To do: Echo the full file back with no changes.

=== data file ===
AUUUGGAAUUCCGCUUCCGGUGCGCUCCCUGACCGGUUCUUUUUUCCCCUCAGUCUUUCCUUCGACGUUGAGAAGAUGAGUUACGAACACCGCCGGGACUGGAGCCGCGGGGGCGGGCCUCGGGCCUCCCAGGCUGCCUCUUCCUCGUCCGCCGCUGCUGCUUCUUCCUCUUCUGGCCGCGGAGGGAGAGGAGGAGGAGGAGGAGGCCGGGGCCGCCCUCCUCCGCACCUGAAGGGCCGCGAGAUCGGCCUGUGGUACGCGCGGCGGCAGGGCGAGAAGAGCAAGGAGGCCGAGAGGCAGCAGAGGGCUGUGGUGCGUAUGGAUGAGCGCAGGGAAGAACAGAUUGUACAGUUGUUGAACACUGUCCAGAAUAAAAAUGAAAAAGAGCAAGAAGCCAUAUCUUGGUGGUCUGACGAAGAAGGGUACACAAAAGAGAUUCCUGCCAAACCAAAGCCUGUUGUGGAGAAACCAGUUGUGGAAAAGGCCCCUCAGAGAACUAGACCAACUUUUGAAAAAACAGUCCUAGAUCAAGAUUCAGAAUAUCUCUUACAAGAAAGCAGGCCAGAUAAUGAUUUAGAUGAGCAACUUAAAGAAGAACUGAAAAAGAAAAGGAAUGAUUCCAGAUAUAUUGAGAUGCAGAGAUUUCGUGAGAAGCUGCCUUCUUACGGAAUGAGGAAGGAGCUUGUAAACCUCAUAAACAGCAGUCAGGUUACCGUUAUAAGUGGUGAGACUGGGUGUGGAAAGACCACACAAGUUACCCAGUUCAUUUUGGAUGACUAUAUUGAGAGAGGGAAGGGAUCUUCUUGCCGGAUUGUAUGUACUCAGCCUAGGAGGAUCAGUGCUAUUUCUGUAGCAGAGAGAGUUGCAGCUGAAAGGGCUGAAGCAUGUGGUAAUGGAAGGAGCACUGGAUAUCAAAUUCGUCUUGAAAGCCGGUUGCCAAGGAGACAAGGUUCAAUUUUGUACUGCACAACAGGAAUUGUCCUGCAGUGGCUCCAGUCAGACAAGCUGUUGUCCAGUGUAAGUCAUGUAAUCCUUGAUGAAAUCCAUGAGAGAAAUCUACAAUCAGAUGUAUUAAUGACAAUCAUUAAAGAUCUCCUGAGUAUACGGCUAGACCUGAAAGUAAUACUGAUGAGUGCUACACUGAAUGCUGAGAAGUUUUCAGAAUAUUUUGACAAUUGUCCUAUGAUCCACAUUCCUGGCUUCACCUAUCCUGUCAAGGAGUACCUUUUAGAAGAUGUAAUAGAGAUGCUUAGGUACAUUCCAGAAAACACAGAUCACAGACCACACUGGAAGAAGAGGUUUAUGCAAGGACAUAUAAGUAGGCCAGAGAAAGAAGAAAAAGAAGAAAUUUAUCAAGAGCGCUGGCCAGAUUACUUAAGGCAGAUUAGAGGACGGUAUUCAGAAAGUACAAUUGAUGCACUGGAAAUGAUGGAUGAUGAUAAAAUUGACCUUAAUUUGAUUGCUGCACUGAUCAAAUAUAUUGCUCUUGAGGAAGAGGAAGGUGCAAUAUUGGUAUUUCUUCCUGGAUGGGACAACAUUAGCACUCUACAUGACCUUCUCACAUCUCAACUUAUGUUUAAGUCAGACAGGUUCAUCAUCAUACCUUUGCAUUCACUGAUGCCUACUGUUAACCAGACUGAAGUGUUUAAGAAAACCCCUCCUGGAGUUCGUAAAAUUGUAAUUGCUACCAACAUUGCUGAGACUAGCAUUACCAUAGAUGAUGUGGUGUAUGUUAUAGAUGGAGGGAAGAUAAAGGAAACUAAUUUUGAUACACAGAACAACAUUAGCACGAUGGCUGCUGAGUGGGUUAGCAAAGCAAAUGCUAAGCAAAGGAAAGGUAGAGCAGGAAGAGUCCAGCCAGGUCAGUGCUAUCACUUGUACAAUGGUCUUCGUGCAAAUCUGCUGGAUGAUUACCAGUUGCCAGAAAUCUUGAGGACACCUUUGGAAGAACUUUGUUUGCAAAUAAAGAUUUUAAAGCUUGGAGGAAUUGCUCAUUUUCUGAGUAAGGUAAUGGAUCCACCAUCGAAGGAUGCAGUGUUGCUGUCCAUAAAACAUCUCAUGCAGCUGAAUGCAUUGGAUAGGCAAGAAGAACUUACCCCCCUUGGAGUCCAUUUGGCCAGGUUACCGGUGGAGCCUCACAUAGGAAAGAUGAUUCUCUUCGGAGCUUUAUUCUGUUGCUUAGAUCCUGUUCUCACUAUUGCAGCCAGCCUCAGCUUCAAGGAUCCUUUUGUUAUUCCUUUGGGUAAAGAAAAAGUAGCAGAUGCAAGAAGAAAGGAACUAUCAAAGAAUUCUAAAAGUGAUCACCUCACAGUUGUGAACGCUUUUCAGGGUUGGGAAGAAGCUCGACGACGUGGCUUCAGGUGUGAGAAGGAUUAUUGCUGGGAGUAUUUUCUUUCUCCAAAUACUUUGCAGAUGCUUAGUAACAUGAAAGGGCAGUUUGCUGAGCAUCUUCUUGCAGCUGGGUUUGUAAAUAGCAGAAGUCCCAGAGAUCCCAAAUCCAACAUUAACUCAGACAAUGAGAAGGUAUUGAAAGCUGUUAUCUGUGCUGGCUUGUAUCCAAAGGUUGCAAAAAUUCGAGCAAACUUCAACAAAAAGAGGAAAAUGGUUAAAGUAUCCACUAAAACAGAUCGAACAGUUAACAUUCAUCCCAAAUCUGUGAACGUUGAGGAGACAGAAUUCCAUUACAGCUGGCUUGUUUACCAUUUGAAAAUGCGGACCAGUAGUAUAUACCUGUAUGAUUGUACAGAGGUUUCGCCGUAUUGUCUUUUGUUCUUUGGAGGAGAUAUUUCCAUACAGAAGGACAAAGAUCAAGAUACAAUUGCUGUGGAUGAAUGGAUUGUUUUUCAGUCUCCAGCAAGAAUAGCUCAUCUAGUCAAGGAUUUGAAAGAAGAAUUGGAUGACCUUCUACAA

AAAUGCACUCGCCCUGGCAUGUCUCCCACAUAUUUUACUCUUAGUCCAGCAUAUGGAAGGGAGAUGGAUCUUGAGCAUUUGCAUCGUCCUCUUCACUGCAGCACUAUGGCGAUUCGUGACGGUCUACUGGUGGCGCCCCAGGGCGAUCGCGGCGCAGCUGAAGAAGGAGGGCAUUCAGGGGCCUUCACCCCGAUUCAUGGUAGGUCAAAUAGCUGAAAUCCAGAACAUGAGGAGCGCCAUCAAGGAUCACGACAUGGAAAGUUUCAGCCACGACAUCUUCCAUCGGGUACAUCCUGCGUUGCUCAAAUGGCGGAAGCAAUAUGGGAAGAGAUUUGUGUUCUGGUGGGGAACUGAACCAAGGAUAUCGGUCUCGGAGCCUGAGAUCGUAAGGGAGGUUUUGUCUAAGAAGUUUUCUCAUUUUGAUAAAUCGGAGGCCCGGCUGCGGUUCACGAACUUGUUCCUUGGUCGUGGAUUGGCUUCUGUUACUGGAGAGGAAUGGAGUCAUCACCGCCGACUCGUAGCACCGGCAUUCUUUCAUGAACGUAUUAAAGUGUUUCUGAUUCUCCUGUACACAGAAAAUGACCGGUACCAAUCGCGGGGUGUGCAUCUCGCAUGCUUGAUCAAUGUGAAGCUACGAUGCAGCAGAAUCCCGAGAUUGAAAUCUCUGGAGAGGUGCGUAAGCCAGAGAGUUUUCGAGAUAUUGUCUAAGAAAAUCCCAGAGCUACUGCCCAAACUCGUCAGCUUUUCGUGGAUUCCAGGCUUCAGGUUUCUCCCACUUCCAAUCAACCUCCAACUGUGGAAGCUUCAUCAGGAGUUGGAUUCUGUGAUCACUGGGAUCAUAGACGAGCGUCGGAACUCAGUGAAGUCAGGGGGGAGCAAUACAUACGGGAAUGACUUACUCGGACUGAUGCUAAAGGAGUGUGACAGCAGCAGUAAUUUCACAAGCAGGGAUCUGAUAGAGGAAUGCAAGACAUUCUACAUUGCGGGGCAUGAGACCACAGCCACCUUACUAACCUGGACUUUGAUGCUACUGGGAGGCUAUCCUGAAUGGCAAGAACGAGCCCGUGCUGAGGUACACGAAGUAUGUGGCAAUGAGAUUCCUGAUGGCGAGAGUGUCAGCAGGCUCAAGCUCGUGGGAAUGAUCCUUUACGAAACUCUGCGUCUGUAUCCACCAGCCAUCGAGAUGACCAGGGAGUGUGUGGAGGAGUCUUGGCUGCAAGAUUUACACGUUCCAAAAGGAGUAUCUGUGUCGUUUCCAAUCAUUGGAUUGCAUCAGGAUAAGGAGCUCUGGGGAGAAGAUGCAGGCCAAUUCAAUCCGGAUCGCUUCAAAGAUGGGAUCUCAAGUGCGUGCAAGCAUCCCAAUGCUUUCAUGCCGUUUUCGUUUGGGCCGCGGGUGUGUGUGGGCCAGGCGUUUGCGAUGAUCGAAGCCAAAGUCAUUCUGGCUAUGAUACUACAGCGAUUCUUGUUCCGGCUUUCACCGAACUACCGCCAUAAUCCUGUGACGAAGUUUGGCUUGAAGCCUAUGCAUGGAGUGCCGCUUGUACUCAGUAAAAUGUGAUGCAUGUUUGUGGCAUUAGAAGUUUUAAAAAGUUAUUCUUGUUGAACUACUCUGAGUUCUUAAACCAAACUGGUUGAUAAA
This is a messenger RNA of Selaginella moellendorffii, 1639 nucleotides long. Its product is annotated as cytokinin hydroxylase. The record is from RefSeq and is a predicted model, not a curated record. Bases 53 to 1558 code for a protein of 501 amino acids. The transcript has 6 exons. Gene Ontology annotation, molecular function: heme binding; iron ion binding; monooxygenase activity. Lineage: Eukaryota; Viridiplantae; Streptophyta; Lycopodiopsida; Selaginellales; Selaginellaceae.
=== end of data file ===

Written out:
AUUUGGAAUUCCGCUUCCGGUGCGCUCCCUGACCGGUUCUUUUUUCCCCUCAGUCUUUCCUUCGACGUUGAGAAGAUGAGUUACGAACACCGCCGGGACUGGAGCCGCGGGGGCGGGCCUCGGGCCUCCCAGGCUGCCUCUUCCUCGUCCGCCGCUGCUGCUUCUUCCUCUUCUGGCCGCGGAGGGAGAGGAGGAGGAGGAGGAGGCCGGGGCCGCCCUCCUCCGCACCUGAAGGGCCGCGAGAUCGGCCUGUGGUACGCGCGGCGGCAGGGCGAGAAGAGCAAGGAGGCCGAGAGGCAGCAGAGGGCUGUGGUGCGUAUGGAUGAGCGCAGGGAAGAACAGAUUGUACAGUUGUUGAACACUGUCCAGAAUAAAAAUGAAAAAGAGCAAGAAGCCAUAUCUUGGUGGUCUGACGAAGAAGGGUACACAAAAGAGAUUCCUGCCAAACCAAAGCCUGUUGUGGAGAAACCAGUUGUGGAAAAGGCCCCUCAGAGAACUAGACCAACUUUUGAAAAAACAGUCCUAGAUCAAGAUUCAGAAUAUCUCUUACAAGAAAGCAGGCCAGAUAAUGAUUUAGAUGAGCAACUUAAAGAAGAACUGAAAAAGAAAAGGAAUGAUUCCAGAUAUAUUGAGAUGCAGAGAUUUCGUGAGAAGCUGCCUUCUUACGGAAUGAGGAAGGAGCUUGUAAACCUCAUAAACAGCAGUCAGGUUACCGUUAUAAGUGGUGAGACUGGGUGUGGAAAGACCACACAAGUUACCCAGUUCAUUUUGGAUGACUAUAUUGAGAGAGGGAAGGGAUCUUCUUGCCGGAUUGUAUGUACUCAGCCUAGGAGGAUCAGUGCUAUUUCUGUAGCAGAGAGAGUUGCAGCUGAAAGGGCUGAAGCAUGUGGUAAUGGAAGGAGCACUGGAUAUCAAAUUCGUCUUGAAAGCCGGUUGCCAAGGAGACAAGGUUCAAUUUUGUACUGCACAACAGGAAUUGUCCUGCAGUGGCUCCAGUCAGACAAGCUGUUGUCCAGUGUAAGUCAUGUAAUCCUUGAUGAAAUCCAUGAGAGAAAUCUACAAUCAGAUGUAUUAAUGACAAUCAUUAAAGAUCUCCUGAGUAUACGGCUAGACCUGAAAGUAAUACUGAUGAGUGCUACACUGAAUGCUGAGAAGUUUUCAGAAUAUUUUGACAAUUGUCCUAUGAUCCACAUUCCUGGCUUCACCUAUCCUGUCAAGGAGUACCUUUUAGAAGAUGUAAUAGAGAUGCUUAGGUACAUUCCAGAAAACACAGAUCACAGACCACACUGGAAGAAGAGGUUUAUGCAAGGACAUAUAAGUAGGCCAGAGAAAGAAGAAAAAGAAGAAAUUUAUCAAGAGCGCUGGCCAGAUUACUUAAGGCAGAUUAGAGGACGGUAUUCAGAAAGUACAAUUGAUGCACUGGAAAUGAUGGAUGAUGAUAAAAUUGACCUUAAUUUGAUUGCUGCACUGAUCAAAUAUAUUGCUCUUGAGGAAGAGGAAGGUGCAAUAUUGGUAUUUCUUCCUGGAUGGGACAACAUUAGCACUCUACAUGACCUUCUCACAUCUCAACUUAUGUUUAAGUCAGACAGGUUCAUCAUCAUACCUUUGCAUUCACUGAUGCCUACUGUUAACCAGACUGAAGUGUUUAAGAAAACCCCUCCUGGAGUUCGUAAAAUUGUAAUUGCUACCAACAUUGCUGAGACUAGCAUUACCAUAGAUGAUGUGGUGUAUGUUAUAGAUGGAGGGAAGAUAAAGGAAACUAAUUUUGAUACACAGAACAACAUUAGCACGAUGGCUGCUGAGUGGGUUAGCAAAGCAAAUGCUAAGCAAAGGAAAGGUAGAGCAGGAAGAGUCCAGCCAGGUCAGUGCUAUCACUUGUACAAUGGUCUUCGUGCAAAUCUGCUGGAUGAUUACCAGUUGCCAGAAAUCUUGAGGACACCUUUGGAAGAACUUUGUUUGCAAAUAAAGAUUUUAAAGCUUGGAGGAAUUGCUCAUUUUCUGAGUAAGGUAAUGGAUCCACCAUCGAAGGAUGCAGUGUUGCUGUCCAUAAAACAUCUCAUGCAGCUGAAUGCAUUGGAUAGGCAAGAAGAACUUACCCCCCUUGGAGUCCAUUUGGCCAGGUUACCGGUGGAGCCUCACAUAGGAAAGAUGAUUCUCUUCGGAGCUUUAUUCUGUUGCUUAGAUCCUGUUCUCACUAUUGCAGCCAGCCUCAGCUUCAAGGAUCCUUUUGUUAUUCCUUUGGGUAAAGAAAAAGUAGCAGAUGCAAGAAGAAAGGAACUAUCAAAGAAUUCUAAAAGUGAUCACCUCACAGUUGUGAACGCUUUUCAGGGUUGGGAAGAAGCUCGACGACGUGGCUUCAGGUGUGAGAAGGAUUAUUGCUGGGAGUAUUUUCUUUCUCCAAAUACUUUGCAGAUGCUUAGUAACAUGAAAGGGCAGUUUGCUGAGCAUCUUCUUGCAGCUGGGUUUGUAAAUAGCAGAAGUCCCAGAGAUCCCAAAUCCAACAUUAACUCAGACAAUGAGAAGGUAUUGAAAGCUGUUAUCUGUGCUGGCUUGUAUCCAAAGGUUGCAAAAAUUCGAGCAAACUUCAACAAAAAGAGGAAAAUGGUUAAAGUAUCCACUAAAACAGAUCGAACAGUUAACAUUCAUCCCAAAUCUGUGAACGUUGAGGAGACAGAAUUCCAUUACAGCUGGCUUGUUUACCAUUUGAAAAUGCGGACCAGUAGUAUAUACCUGUAUGAUUGUACAGAGGUUUCGCCGUAUUGUCUUUUGUUCUUUGGAGGAGAUAUUUCCAUACAGAAGGACAAAGAUCAAGAUACAAUUGCUGUGGAUGAAUGGAUUGUUUUUCAGUCUCCAGCAAGAAUAGCUCAUCUAGUCAAGGAUUUGAAAGAAGAAUUGGAUGACCUUCUACAA

AAAUGCACUCGCCCUGGCAUGUCUCCCACAUAUUUUACUCUUAGUCCAGCAUAUGGAAGGGAGAUGGAUCUUGAGCAUUUGCAUCGUCCUCUUCACUGCAGCACUAUGGCGAUUCGUGACGGUCUACUGGUGGCGCCCCAGGGCGAUCGCGGCGCAGCUGAAGAAGGAGGGCAUUCAGGGGCCUUCACCCCGAUUCAUGGUAGGUCAAAUAGCUGAAAUCCAGAACAUGAGGAGCGCCAUCAAGGAUCACGACAUGGAAAGUUUCAGCCACGACAUCUUCCAUCGGGUACAUCCUGCGUUGCUCAAAUGGCGGAAGCAAUAUGGGAAGAGAUUUGUGUUCUGGUGGGGAACUGAACCAAGGAUAUCGGUCUCGGAGCCUGAGAUCGUAAGGGAGGUUUUGUCUAAGAAGUUUUCUCAUUUUGAUAAAUCGGAGGCCCGGCUGCGGUUCACGAACUUGUUCCUUGGUCGUGGAUUGGCUUCUGUUACUGGAGAGGAAUGGAGUCAUCACCGCCGACUCGUAGCACCGGCAUUCUUUCAUGAACGUAUUAAAGUGUUUCUGAUUCUCCUGUACACAGAAAAUGACCGGUACCAAUCGCGGGGUGUGCAUCUCGCAUGCUUGAUCAAUGUGAAGCUACGAUGCAGCAGAAUCCCGAGAUUGAAAUCUCUGGAGAGGUGCGUAAGCCAGAGAGUUUUCGAGAUAUUGUCUAAGAAAAUCCCAGAGCUACUGCCCAAACUCGUCAGCUUUUCGUGGAUUCCAGGCUUCAGGUUUCUCCCACUUCCAAUCAACCUCCAACUGUGGAAGCUUCAUCAGGAGUUGGAUUCUGUGAUCACUGGGAUCAUAGACGAGCGUCGGAACUCAGUGAAGUCAGGGGGGAGCAAUACAUACGGGAAUGACUUACUCGGACUGAUGCUAAAGGAGUGUGACAGCAGCAGUAAUUUCACAAGCAGGGAUCUGAUAGAGGAAUGCAAGACAUUCUACAUUGCGGGGCAUGAGACCACAGCCACCUUACUAACCUGGACUUUGAUGCUACUGGGAGGCUAUCCUGAAUGGCAAGAACGAGCCCGUGCUGAGGUACACGAAGUAUGUGGCAAUGAGAUUCCUGAUGGCGAGAGUGUCAGCAGGCUCAAGCUCGUGGGAAUGAUCCUUUACGAAACUCUGCGUCUGUAUCCACCAGCCAUCGAGAUGACCAGGGAGUGUGUGGAGGAGUCUUGGCUGCAAGAUUUACACGUUCCAAAAGGAGUAUCUGUGUCGUUUCCAAUCAUUGGAUUGCAUCAGGAUAAGGAGCUCUGGGGAGAAGAUGCAGGCCAAUUCAAUCCGGAUCGCUUCAAAGAUGGGAUCUCAAGUGCGUGCAAGCAUCCCAAUGCUUUCAUGCCGUUUUCGUUUGGGCCGCGGGUGUGUGUGGGCCAGGCGUUUGCGAUGAUCGAAGCCAAAGUCAUUCUGGCUAUGAUACUACAGCGAUUCUUGUUCCGGCUUUCACCGAACUACCGCCAUAAUCCUGUGACGAAGUUUGGCUUGAAGCCUAUGCAUGGAGUGCCGCUUGUACUCAGUAAAAUGUGAUGCAUGUUUGUGGCAUUAGAAGUUUUAAAAAGUUAUUCUUGUUGAACUACUCUGAGUUCUUAAACCAAACUGGUUGAUAAA
This is a messenger RNA of Selaginella moellendorffii, 1639 nucleotides long. Its product is annotated as cytokinin hydroxylase. The record is from RefSeq and is a predicted model, not a curated record. Bases 53 to 1558 code for a protein of 501 amino acids. The transcript has 6 exons. Gene Ontology annotation, molecular function: heme binding; iron ion binding; monooxygenase activity. Lineage: Eukaryota; Viridiplantae; Streptophyta; Lycopodiopsida; Selaginellales; Selaginellaceae.